Paper Fluorescence

Unitrade lists two paper types for this stamp: DF and LF/fl. In reality, nearly all the coil stamps ou will come across will contain at least 1 fluorescent fibre. But where the number of fibres is very low (generally under 5), the paper will be considered DF. The LF-fl paper will contain at least a sparse overall concentration of fibres, which might consist of very sparse concentrations of several different types of fibres. But it will be enough to raise the perceived level of fluorescence from DF to LF. The general level of ambient fluorescence seen on these is usually either a dull fluorescent greyish paper, or a dull fluorescent greyish white paper under UV light. 


The picture above shows the dull fluorescent greyish paper on the right, which contains just 1 or 2 high or medium fluorescent fibres. The middle stamp is the dull fluorescent greyish paper containing very sparse concentrations of low, medium and high fluorescent fibres. If you look very carefully at the picture above, you can just see the brighter fibres in the paper. The stamp on the left is the dull fluorescent greyish white paper containing very sparse concentrations of low, medium and high fluorescent paper. Together these fibres raise the perceived fluorescence level from dull fluorescent to low fluorescent. 

Shades

I have found two very similar, but clearly different shades on the coil stamps, as shown below:


If you avoid fixating on any one part of the design and just compare the overall stamps, you will start to see that the stamp on the right is more reddish than the one on the left. The stamp on the left is closest to Gibbons's deep reddish lilac, but contains a hint of black, making the colour even deeper than the Gibbons swatch. The stamp on the right is very close to Gibbons's blackish purple, but is just a hint darker. 

Under UV light, the shades merely appear as darker versions of themselves, so the ink is classified as being non-transformative. 


Gum

On these coil stamps, I have found three distinct types of dextrose gum:

  1. A smooth, yellowish cream gum with a satin sheen.
  2. A smooth, yellowish cream gum with a semi-gloss sheen, and
  3. A streaky yellowish cream gum with a semi-gloss sheen.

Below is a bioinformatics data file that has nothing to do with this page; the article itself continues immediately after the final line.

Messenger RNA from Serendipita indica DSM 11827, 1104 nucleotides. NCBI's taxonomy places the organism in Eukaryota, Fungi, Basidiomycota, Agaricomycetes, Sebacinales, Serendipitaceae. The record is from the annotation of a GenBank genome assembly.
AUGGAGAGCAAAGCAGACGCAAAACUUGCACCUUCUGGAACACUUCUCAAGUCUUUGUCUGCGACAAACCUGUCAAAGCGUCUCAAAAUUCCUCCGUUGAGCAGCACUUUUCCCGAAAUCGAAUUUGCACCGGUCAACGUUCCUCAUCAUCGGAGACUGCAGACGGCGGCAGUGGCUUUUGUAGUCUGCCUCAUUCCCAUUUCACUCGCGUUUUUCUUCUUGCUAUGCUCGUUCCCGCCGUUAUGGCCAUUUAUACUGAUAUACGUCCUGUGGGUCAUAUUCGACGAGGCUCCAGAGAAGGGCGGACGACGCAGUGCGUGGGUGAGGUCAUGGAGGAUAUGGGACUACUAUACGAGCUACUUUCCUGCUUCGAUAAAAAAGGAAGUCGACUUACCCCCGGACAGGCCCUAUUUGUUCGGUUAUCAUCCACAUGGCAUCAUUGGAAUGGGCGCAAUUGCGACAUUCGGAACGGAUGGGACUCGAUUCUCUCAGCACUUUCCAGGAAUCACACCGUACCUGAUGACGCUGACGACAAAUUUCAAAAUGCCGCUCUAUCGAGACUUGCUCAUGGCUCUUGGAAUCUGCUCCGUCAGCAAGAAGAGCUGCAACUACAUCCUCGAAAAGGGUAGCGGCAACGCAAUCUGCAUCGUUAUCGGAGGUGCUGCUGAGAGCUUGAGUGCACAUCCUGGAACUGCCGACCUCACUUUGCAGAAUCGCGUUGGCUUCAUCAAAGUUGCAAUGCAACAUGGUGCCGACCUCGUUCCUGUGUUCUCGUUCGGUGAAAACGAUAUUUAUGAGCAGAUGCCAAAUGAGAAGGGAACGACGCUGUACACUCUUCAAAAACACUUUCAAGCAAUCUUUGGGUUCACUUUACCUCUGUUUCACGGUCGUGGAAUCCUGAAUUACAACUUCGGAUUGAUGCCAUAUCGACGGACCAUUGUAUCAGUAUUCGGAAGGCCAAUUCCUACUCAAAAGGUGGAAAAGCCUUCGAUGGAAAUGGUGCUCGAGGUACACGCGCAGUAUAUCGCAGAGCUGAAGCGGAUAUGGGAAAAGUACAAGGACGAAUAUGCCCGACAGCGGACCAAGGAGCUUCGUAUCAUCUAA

It would appear that these gum types can exist in combination with any paper type or shade, although a detailed study would be required to confirm this. 


Perforations

All of these coil stamps were line perforated 9.4. This is usually quoted in the standard stamp catalogues as 9.5 horizontally. 

Precancels

Only one precancel type is known on these coil stamps, consisting of three pairs of black vertical bars as shown below:



The total width of the precancel is exactly 15 mm. Each bar is about 0.75 mm wide, and each pair of bars is approximately 2.33 mm wide. The spacing between each pair of bars is 4 mm, so that the total distance occupied by the spacing between pairs of bars is 8 mm of the 15 mm, and the remaining 7 mm represents the combined with of the bar pairs.

Bringing it All Together

I have identified four types of paper, 2 shades, 3 types of gum and both normal and precancelled versions. So excluding the various strip varieties that can be collected, there should be: 4 x 2 x 3 x 2 = 48 collectible singles. If you expand this to include jump strips, wide spacing strips, narrow spacing strips, cutting guideline strips, start strips, end strips and repair paste-up strips, the scope expands to 48 x 7 = 336 collectible varieties. 

This concludes my examination of the 3c stamp of the series, and one of the only denominations that I can cover in a single post. As you can see, there is a surprising amount of possible scope on this stamp due to the combination of shade, paper, perforation and gum varieties that can be sought out.  Next week, I will tackle the dextrose gum sheet stamp printings of the 4c seaway lock stamp.